Coronavirus/COVID-19 Information

What is COVID-19?

COVID-19 is a virus strain that began spreading in people in December 2019.

Health experts are concerned because little is known about this new virus, and it can cause severe illness and pneumonia in some people.

COVID-19 is a new respiratory virus first identified in Wuhan, Hubei Province, China.

COVID-19 is not the same as the coronaviruses that commonly circulate among humans

 and cause mild illness, like the common cold.

Formerly, this disease was referred to as "2019 novel coronavirus" or "2019-nCoV."

People who have confirmed COVID-19 infections have a range of symptoms, from people with little to no symptoms to people being severely sick and dying. Symptoms can include:



Shortness of breath

The main way COVID-19 is spread to others is when an infected person coughs or sneezes. This is similar to how influenza is spread. The virus is found in droplets from the throat and nose. When someone coughs or sneezes, other people near them can breathe in those droplets. The virus can also spread when someone touches an object with the virus on it. If that person touches their mouth, face, or eyes the virus can make them sick.

The Centers for Disease Control and Prevention (CDC) believes that symptoms of COVID-19 may appear in as few as two days or as long as 14 days after contact with someone who has COVID-19. If you have been in China within the past two weeks and develop symptoms, call your doctor.

There is currently no vaccine to prevent COVID-19 infection, and there is currently no specific treatment. The best way to prevent infection is to avoid being exposed to the virus.

Take these steps to help prevent the spread of respiratory viruses:

Respiratory Illnesses: Protect yourself and those around you.

-Wash your hands often with soap and water for at least 20 seconds, especially before

        eating and after going to the bathroom, blowing your nose, coughing, or sneezing.

-If you do not have soap and water, use an alcohol-based hand sanitizer with at least 60%

 alcohol. Always wash hands with soap and water if hands are visibly dirty.

-Avoid touching your eyes, nose, and mouth with unwashed hands.

-Avoid close contact with people who are sick.

-Stay home when you are sick.

-Cover your cough or sneeze with a tissue, then throw the tissue in the trash.

-Clean and disinfect frequently touched objects and surfaces using a regular household

        cleaning spray or wipe.

Should we wear face masks when we are out in public?

At this time, healthy people in the general population do not need to use face masks to prevent the spread of COVID-19. COVID-19 is not currently spreading in communities in the U.S.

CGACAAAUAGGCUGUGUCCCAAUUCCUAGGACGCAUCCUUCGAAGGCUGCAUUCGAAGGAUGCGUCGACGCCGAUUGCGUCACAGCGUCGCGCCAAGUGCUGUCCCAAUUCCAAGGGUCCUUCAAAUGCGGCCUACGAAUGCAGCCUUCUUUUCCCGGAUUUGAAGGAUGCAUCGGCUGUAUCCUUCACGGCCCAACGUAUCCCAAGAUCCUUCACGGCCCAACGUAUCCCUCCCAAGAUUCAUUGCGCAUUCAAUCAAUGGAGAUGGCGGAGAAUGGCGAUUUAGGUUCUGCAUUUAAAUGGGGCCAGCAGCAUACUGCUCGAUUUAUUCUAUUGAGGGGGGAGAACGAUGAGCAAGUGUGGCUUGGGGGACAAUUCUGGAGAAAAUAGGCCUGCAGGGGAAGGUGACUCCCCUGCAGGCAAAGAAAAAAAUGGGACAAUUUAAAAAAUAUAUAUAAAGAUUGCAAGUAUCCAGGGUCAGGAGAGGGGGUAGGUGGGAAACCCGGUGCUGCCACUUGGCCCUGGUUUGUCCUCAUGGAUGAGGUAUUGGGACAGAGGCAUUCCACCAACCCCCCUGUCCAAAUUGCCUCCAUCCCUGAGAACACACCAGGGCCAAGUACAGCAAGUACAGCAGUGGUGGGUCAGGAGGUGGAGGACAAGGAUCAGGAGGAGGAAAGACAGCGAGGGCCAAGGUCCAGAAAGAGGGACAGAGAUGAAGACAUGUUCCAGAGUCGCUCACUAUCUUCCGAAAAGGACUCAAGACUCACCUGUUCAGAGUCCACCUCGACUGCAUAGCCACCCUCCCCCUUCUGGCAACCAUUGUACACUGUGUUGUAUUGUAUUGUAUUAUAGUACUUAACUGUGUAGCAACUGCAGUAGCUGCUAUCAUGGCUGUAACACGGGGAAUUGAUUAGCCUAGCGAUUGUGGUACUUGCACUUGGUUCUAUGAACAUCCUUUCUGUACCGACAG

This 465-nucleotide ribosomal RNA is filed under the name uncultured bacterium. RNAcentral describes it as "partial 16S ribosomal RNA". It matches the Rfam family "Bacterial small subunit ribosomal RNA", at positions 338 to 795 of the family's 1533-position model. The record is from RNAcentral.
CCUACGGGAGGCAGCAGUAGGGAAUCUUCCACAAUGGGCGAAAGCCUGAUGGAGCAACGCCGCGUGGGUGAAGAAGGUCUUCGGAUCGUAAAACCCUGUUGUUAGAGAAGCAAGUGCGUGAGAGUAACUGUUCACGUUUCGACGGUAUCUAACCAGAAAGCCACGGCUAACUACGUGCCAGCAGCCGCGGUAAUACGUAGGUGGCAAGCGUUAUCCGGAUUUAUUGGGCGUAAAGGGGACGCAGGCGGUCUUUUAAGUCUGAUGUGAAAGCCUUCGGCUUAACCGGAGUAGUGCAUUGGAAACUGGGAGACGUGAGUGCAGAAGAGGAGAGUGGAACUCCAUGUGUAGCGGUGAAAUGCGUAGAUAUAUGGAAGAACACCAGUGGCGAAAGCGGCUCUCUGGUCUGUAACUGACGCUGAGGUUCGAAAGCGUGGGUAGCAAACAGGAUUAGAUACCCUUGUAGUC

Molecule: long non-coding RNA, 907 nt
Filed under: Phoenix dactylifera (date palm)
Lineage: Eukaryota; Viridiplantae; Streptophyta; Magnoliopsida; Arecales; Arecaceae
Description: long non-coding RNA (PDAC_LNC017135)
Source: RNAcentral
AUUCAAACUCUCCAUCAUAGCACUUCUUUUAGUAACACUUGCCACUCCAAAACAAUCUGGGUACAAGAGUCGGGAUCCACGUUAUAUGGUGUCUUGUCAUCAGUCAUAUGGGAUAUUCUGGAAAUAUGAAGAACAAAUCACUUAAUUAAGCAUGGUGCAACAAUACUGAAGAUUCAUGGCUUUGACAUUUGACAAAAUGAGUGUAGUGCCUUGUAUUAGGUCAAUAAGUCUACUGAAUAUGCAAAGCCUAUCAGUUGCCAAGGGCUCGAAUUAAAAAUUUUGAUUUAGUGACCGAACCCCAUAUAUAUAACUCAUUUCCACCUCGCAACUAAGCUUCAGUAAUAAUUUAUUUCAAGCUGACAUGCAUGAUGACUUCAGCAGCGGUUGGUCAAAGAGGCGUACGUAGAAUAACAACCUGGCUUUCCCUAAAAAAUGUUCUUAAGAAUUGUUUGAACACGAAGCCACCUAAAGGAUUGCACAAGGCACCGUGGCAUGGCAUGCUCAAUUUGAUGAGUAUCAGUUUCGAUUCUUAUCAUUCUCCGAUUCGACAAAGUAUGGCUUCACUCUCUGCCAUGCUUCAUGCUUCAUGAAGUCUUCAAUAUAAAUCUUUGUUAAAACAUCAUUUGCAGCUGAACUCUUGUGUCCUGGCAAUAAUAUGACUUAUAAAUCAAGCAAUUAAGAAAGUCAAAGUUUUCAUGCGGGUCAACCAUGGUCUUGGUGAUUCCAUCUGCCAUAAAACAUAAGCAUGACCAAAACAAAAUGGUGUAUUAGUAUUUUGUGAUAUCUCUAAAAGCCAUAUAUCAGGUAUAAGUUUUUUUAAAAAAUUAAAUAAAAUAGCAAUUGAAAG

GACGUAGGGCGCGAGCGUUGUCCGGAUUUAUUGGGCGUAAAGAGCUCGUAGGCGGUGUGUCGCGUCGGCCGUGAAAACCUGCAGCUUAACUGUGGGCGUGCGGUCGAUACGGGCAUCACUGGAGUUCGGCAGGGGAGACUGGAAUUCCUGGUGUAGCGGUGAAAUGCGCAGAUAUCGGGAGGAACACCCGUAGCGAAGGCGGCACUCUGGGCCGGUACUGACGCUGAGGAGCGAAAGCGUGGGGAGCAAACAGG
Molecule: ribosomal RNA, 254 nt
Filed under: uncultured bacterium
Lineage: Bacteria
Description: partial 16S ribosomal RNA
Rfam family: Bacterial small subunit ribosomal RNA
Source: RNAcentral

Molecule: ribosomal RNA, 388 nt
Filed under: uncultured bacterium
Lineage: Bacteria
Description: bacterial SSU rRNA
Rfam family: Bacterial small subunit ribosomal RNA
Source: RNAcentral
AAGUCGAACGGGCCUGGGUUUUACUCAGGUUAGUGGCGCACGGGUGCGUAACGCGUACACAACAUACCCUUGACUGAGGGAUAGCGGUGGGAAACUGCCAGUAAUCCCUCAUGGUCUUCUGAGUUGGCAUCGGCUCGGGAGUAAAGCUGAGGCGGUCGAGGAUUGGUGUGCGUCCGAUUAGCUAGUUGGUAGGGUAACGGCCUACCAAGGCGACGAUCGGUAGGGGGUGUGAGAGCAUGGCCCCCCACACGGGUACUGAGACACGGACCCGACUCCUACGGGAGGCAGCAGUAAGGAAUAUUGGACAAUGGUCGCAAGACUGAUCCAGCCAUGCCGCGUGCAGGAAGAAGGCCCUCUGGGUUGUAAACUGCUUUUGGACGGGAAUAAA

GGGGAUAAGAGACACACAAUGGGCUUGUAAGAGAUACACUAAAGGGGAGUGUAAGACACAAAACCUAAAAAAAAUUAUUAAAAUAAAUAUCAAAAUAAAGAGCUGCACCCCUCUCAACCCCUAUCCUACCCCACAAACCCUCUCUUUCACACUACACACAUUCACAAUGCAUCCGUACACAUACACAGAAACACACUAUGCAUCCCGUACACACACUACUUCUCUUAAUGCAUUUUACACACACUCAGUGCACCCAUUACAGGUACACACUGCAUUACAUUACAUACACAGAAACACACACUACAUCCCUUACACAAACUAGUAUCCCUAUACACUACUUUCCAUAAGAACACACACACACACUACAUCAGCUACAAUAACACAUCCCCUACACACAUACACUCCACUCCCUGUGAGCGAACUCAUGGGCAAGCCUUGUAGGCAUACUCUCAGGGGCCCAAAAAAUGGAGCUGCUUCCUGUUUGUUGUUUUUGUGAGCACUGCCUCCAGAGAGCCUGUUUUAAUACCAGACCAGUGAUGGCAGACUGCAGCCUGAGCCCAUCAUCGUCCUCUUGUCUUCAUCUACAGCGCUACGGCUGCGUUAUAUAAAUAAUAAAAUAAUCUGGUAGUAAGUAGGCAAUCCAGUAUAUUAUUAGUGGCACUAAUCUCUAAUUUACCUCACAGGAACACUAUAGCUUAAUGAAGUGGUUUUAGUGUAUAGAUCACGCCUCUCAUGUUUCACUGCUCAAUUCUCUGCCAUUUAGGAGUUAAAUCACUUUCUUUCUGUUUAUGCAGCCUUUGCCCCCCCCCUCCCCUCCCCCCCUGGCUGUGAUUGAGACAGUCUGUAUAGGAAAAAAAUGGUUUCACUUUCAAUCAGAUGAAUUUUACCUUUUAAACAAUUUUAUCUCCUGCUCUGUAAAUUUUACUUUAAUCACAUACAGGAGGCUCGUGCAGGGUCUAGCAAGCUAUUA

There are specific situations where use of a mask may be recommended. Masks may be used by well people to protect themselves or by ill people to protect others. Situations where use of a mask may be appropriate include:

-To protect themselves, health care workers who are providing care to people with

respiratory symptoms use masks specifically designed for use in health care settings.

-To protect others, people who are experiencing symptoms of a respiratory illness (e.g.

        cough, fever) and are going to a clinic for medical care are asked to wear a

surgical masks to prevent exposing other patients or health care providers to respiratory droplets. These are sometimes used in other public situations by ill people to protect others.

-Health care providers may recommend that some people who have weakened immune

        systems wear face masks in public for protection from respiratory infections.

-To protect themselves, healthy people may choose to wear surgical masks if they are

        caring for someone who is sick with a respiratory illness at home.

-In China, where transmission of COVID-19 is occurring in the community, face masks

are recommended for healthy people in the general population to help prevent the

spread of COVID-19. Since COVID-19 is not currently spreading in communities in the U.S., the CDC and Division of Public Health (DPH) do not routinely recommend the use of face masks for healthy people.

Should my child be wearing a mask to avoid catching coronavirus?

It’s not necessary for anyone to wear a mask during the normal course of their day. The best way to avoid COVID-19, or any virus, is to practice good health hygiene habits. These include:

Frequent and thorough handwashing with soap and water. Use hand sanitizer when soap

        and water aren’t available.

Cough and sneeze into tissues, or into your arm.

Stay home when you’re sick.

Flu is very active in Wisconsin and families should be taking precautions to avoid

        influenza by following the instructions listed above and by getting flu shots.

What can you do to help if you have a student who is being asked to stay home from school by public health?

To reduce the impact of this request on students who are asked to stay home from school, public health may ask that schools make reasonable accommodations to allow these students to continue their studies remotely and/or make-up missed lessons or assignments, in accordance with your school district's attendance policy.

What can my school do to prepare in the event that COVID-19 becomes more widespread in our community?

We recommend all schools have a plan for what they can do in the event that COVID-19 becomes widespread in the community. The goals for your plan should be to reduce the spread of acute respiratory illnesses and minimize the impact of COVID-19 among your students and staff. Strategies should help in:

Reducing transmission

Protecting people who are at higher risk for adverse health complications

Maintaining a healthy and safe environment where learning can occur

There are several resources, some originally developed for pandemic influenza, that you can use as you develop your COVID-19 plan as many of the strategies are the same.